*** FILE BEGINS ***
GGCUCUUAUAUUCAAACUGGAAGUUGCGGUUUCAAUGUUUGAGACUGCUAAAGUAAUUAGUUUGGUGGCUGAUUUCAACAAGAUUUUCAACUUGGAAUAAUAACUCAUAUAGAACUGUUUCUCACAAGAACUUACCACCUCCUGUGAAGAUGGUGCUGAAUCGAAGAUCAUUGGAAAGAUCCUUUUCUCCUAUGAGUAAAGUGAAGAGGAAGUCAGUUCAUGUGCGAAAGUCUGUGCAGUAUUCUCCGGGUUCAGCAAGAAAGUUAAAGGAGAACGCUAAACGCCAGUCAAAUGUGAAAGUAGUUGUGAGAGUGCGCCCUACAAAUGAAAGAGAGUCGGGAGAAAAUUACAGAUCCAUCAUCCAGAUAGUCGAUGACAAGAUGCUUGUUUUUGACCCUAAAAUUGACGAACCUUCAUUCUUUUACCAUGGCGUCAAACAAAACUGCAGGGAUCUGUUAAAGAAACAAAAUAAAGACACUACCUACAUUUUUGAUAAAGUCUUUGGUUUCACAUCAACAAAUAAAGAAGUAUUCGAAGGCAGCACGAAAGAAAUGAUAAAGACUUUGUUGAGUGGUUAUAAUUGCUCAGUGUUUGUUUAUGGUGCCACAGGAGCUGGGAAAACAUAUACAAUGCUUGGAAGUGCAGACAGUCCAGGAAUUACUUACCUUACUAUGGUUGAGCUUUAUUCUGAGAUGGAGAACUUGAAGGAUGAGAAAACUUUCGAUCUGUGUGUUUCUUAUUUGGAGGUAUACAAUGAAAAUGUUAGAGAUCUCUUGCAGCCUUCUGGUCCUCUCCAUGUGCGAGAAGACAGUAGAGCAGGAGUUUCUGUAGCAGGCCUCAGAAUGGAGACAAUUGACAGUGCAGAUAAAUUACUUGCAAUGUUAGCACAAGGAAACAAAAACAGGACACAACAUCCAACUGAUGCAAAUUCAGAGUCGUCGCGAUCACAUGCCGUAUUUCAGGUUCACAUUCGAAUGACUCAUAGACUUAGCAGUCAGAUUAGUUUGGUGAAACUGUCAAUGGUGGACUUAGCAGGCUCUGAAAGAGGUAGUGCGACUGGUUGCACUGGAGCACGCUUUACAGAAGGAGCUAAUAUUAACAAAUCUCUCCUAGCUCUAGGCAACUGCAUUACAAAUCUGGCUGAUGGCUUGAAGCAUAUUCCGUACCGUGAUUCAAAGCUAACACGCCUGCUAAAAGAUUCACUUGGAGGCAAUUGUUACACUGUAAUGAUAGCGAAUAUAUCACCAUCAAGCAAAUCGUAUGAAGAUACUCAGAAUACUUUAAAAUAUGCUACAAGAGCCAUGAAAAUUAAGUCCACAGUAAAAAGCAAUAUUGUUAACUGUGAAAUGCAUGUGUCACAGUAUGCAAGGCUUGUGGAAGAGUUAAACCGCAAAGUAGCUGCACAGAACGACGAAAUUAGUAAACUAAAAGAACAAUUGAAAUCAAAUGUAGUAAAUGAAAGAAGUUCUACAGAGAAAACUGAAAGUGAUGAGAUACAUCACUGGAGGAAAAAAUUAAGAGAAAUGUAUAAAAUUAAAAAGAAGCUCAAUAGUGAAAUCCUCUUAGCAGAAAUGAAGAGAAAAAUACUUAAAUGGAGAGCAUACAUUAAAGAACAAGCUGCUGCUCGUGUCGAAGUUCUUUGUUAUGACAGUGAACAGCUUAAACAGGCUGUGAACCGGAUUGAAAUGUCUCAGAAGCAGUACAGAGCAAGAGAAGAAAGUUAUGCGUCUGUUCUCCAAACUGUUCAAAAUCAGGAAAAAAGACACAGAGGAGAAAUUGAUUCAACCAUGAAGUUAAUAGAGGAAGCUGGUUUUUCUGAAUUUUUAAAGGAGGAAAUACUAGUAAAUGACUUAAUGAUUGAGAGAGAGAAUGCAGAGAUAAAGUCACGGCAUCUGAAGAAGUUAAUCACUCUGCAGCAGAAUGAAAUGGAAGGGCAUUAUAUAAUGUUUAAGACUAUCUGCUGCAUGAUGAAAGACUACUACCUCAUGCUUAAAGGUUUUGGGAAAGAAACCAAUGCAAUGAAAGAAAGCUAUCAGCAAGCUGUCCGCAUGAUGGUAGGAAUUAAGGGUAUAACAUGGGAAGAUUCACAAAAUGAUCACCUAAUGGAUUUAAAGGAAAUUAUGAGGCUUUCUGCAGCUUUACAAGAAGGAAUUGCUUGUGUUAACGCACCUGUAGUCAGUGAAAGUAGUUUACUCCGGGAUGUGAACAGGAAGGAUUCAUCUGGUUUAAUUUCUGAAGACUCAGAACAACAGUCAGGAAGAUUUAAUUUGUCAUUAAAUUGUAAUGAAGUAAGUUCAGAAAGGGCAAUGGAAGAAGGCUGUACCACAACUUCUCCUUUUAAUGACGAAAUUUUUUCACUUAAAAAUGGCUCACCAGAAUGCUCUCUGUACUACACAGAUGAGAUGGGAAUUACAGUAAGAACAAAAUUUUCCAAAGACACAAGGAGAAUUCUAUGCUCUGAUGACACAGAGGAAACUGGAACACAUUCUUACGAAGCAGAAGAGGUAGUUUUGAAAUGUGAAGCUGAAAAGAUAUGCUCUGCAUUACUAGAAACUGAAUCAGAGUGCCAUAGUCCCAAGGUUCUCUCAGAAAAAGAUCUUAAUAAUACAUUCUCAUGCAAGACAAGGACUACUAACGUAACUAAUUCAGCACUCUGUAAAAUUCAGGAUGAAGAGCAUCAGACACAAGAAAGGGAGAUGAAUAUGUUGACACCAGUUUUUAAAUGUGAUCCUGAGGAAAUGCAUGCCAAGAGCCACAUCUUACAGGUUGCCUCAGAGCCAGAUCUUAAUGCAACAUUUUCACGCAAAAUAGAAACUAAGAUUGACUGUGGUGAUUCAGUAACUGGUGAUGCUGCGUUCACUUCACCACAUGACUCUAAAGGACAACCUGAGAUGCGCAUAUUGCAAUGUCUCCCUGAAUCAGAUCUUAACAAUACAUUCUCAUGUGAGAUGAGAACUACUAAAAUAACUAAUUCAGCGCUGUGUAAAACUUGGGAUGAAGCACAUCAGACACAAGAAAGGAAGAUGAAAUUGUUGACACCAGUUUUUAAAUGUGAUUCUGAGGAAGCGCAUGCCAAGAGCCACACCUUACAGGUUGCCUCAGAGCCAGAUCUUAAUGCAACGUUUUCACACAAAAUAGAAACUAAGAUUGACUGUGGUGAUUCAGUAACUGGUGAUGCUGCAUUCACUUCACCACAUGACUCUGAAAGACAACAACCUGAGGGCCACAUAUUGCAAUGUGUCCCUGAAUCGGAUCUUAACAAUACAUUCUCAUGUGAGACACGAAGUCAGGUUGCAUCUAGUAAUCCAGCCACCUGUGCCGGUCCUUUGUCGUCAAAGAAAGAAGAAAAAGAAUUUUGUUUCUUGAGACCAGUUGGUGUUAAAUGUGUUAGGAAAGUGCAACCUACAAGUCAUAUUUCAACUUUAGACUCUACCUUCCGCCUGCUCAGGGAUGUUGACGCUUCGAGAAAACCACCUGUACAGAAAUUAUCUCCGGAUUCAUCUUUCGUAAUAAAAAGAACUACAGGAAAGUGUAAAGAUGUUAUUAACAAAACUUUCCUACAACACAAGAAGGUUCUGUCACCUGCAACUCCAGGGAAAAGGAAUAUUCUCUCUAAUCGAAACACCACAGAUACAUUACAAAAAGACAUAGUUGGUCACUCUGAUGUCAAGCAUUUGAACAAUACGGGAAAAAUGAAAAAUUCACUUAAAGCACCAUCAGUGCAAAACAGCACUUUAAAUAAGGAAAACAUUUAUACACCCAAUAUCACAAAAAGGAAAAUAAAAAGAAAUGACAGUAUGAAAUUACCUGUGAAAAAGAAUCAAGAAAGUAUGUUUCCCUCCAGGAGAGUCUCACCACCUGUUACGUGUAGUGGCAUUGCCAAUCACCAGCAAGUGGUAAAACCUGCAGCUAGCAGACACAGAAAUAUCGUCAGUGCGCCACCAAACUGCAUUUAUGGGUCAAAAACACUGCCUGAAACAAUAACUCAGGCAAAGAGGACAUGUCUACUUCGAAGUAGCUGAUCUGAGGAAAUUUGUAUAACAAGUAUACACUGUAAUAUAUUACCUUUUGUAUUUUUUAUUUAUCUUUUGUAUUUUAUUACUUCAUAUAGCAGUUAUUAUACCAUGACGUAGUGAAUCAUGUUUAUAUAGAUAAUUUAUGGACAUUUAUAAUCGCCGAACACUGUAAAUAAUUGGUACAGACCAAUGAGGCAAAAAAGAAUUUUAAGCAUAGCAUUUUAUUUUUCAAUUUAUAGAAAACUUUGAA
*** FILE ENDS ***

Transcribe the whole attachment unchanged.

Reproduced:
GGCUCUUAUAUUCAAACUGGAAGUUGCGGUUUCAAUGUUUGAGACUGCUAAAGUAAUUAGUUUGGUGGCUGAUUUCAACAAGAUUUUCAACUUGGAAUAAUAACUCAUAUAGAACUGUUUCUCACAAGAACUUACCACCUCCUGUGAAGAUGGUGCUGAAUCGAAGAUCAUUGGAAAGAUCCUUUUCUCCUAUGAGUAAAGUGAAGAGGAAGUCAGUUCAUGUGCGAAAGUCUGUGCAGUAUUCUCCGGGUUCAGCAAGAAAGUUAAAGGAGAACGCUAAACGCCAGUCAAAUGUGAAAGUAGUUGUGAGAGUGCGCCCUACAAAUGAAAGAGAGUCGGGAGAAAAUUACAGAUCCAUCAUCCAGAUAGUCGAUGACAAGAUGCUUGUUUUUGACCCUAAAAUUGACGAACCUUCAUUCUUUUACCAUGGCGUCAAACAAAACUGCAGGGAUCUGUUAAAGAAACAAAAUAAAGACACUACCUACAUUUUUGAUAAAGUCUUUGGUUUCACAUCAACAAAUAAAGAAGUAUUCGAAGGCAGCACGAAAGAAAUGAUAAAGACUUUGUUGAGUGGUUAUAAUUGCUCAGUGUUUGUUUAUGGUGCCACAGGAGCUGGGAAAACAUAUACAAUGCUUGGAAGUGCAGACAGUCCAGGAAUUACUUACCUUACUAUGGUUGAGCUUUAUUCUGAGAUGGAGAACUUGAAGGAUGAGAAAACUUUCGAUCUGUGUGUUUCUUAUUUGGAGGUAUACAAUGAAAAUGUUAGAGAUCUCUUGCAGCCUUCUGGUCCUCUCCAUGUGCGAGAAGACAGUAGAGCAGGAGUUUCUGUAGCAGGCCUCAGAAUGGAGACAAUUGACAGUGCAGAUAAAUUACUUGCAAUGUUAGCACAAGGAAACAAAAACAGGACACAACAUCCAACUGAUGCAAAUUCAGAGUCGUCGCGAUCACAUGCCGUAUUUCAGGUUCACAUUCGAAUGACUCAUAGACUUAGCAGUCAGAUUAGUUUGGUGAAACUGUCAAUGGUGGACUUAGCAGGCUCUGAAAGAGGUAGUGCGACUGGUUGCACUGGAGCACGCUUUACAGAAGGAGCUAAUAUUAACAAAUCUCUCCUAGCUCUAGGCAACUGCAUUACAAAUCUGGCUGAUGGCUUGAAGCAUAUUCCGUACCGUGAUUCAAAGCUAACACGCCUGCUAAAAGAUUCACUUGGAGGCAAUUGUUACACUGUAAUGAUAGCGAAUAUAUCACCAUCAAGCAAAUCGUAUGAAGAUACUCAGAAUACUUUAAAAUAUGCUACAAGAGCCAUGAAAAUUAAGUCCACAGUAAAAAGCAAUAUUGUUAACUGUGAAAUGCAUGUGUCACAGUAUGCAAGGCUUGUGGAAGAGUUAAACCGCAAAGUAGCUGCACAGAACGACGAAAUUAGUAAACUAAAAGAACAAUUGAAAUCAAAUGUAGUAAAUGAAAGAAGUUCUACAGAGAAAACUGAAAGUGAUGAGAUACAUCACUGGAGGAAAAAAUUAAGAGAAAUGUAUAAAAUUAAAAAGAAGCUCAAUAGUGAAAUCCUCUUAGCAGAAAUGAAGAGAAAAAUACUUAAAUGGAGAGCAUACAUUAAAGAACAAGCUGCUGCUCGUGUCGAAGUUCUUUGUUAUGACAGUGAACAGCUUAAACAGGCUGUGAACCGGAUUGAAAUGUCUCAGAAGCAGUACAGAGCAAGAGAAGAAAGUUAUGCGUCUGUUCUCCAAACUGUUCAAAAUCAGGAAAAAAGACACAGAGGAGAAAUUGAUUCAACCAUGAAGUUAAUAGAGGAAGCUGGUUUUUCUGAAUUUUUAAAGGAGGAAAUACUAGUAAAUGACUUAAUGAUUGAGAGAGAGAAUGCAGAGAUAAAGUCACGGCAUCUGAAGAAGUUAAUCACUCUGCAGCAGAAUGAAAUGGAAGGGCAUUAUAUAAUGUUUAAGACUAUCUGCUGCAUGAUGAAAGACUACUACCUCAUGCUUAAAGGUUUUGGGAAAGAAACCAAUGCAAUGAAAGAAAGCUAUCAGCAAGCUGUCCGCAUGAUGGUAGGAAUUAAGGGUAUAACAUGGGAAGAUUCACAAAAUGAUCACCUAAUGGAUUUAAAGGAAAUUAUGAGGCUUUCUGCAGCUUUACAAGAAGGAAUUGCUUGUGUUAACGCACCUGUAGUCAGUGAAAGUAGUUUACUCCGGGAUGUGAACAGGAAGGAUUCAUCUGGUUUAAUUUCUGAAGACUCAGAACAACAGUCAGGAAGAUUUAAUUUGUCAUUAAAUUGUAAUGAAGUAAGUUCAGAAAGGGCAAUGGAAGAAGGCUGUACCACAACUUCUCCUUUUAAUGACGAAAUUUUUUCACUUAAAAAUGGCUCACCAGAAUGCUCUCUGUACUACACAGAUGAGAUGGGAAUUACAGUAAGAACAAAAUUUUCCAAAGACACAAGGAGAAUUCUAUGCUCUGAUGACACAGAGGAAACUGGAACACAUUCUUACGAAGCAGAAGAGGUAGUUUUGAAAUGUGAAGCUGAAAAGAUAUGCUCUGCAUUACUAGAAACUGAAUCAGAGUGCCAUAGUCCCAAGGUUCUCUCAGAAAAAGAUCUUAAUAAUACAUUCUCAUGCAAGACAAGGACUACUAACGUAACUAAUUCAGCACUCUGUAAAAUUCAGGAUGAAGAGCAUCAGACACAAGAAAGGGAGAUGAAUAUGUUGACACCAGUUUUUAAAUGUGAUCCUGAGGAAAUGCAUGCCAAGAGCCACAUCUUACAGGUUGCCUCAGAGCCAGAUCUUAAUGCAACAUUUUCACGCAAAAUAGAAACUAAGAUUGACUGUGGUGAUUCAGUAACUGGUGAUGCUGCGUUCACUUCACCACAUGACUCUAAAGGACAACCUGAGAUGCGCAUAUUGCAAUGUCUCCCUGAAUCAGAUCUUAACAAUACAUUCUCAUGUGAGAUGAGAACUACUAAAAUAACUAAUUCAGCGCUGUGUAAAACUUGGGAUGAAGCACAUCAGACACAAGAAAGGAAGAUGAAAUUGUUGACACCAGUUUUUAAAUGUGAUUCUGAGGAAGCGCAUGCCAAGAGCCACACCUUACAGGUUGCCUCAGAGCCAGAUCUUAAUGCAACGUUUUCACACAAAAUAGAAACUAAGAUUGACUGUGGUGAUUCAGUAACUGGUGAUGCUGCAUUCACUUCACCACAUGACUCUGAAAGACAACAACCUGAGGGCCACAUAUUGCAAUGUGUCCCUGAAUCGGAUCUUAACAAUACAUUCUCAUGUGAGACACGAAGUCAGGUUGCAUCUAGUAAUCCAGCCACCUGUGCCGGUCCUUUGUCGUCAAAGAAAGAAGAAAAAGAAUUUUGUUUCUUGAGACCAGUUGGUGUUAAAUGUGUUAGGAAAGUGCAACCUACAAGUCAUAUUUCAACUUUAGACUCUACCUUCCGCCUGCUCAGGGAUGUUGACGCUUCGAGAAAACCACCUGUACAGAAAUUAUCUCCGGAUUCAUCUUUCGUAAUAAAAAGAACUACAGGAAAGUGUAAAGAUGUUAUUAACAAAACUUUCCUACAACACAAGAAGGUUCUGUCACCUGCAACUCCAGGGAAAAGGAAUAUUCUCUCUAAUCGAAACACCACAGAUACAUUACAAAAAGACAUAGUUGGUCACUCUGAUGUCAAGCAUUUGAACAAUACGGGAAAAAUGAAAAAUUCACUUAAAGCACCAUCAGUGCAAAACAGCACUUUAAAUAAGGAAAACAUUUAUACACCCAAUAUCACAAAAAGGAAAAUAAAAAGAAAUGACAGUAUGAAAUUACCUGUGAAAAAGAAUCAAGAAAGUAUGUUUCCCUCCAGGAGAGUCUCACCACCUGUUACGUGUAGUGGCAUUGCCAAUCACCAGCAAGUGGUAAAACCUGCAGCUAGCAGACACAGAAAUAUCGUCAGUGCGCCACCAAACUGCAUUUAUGGGUCAAAAACACUGCCUGAAACAAUAACUCAGGCAAAGAGGACAUGUCUACUUCGAAGUAGCUGAUCUGAGGAAAUUUGUAUAACAAGUAUACACUGUAAUAUAUUACCUUUUGUAUUUUUUAUUUAUCUUUUGUAUUUUAUUACUUCAUAUAGCAGUUAUUAUACCAUGACGUAGUGAAUCAUGUUUAUAUAGAUAAUUUAUGGACAUUUAUAAUCGCCGAACACUGUAAAUAAUUGGUACAGACCAAUGAGGCAAAAAAGAAUUUUAAGCAUAGCAUUUUAUUUUUCAAUUUAUAGAAAACUUUGAA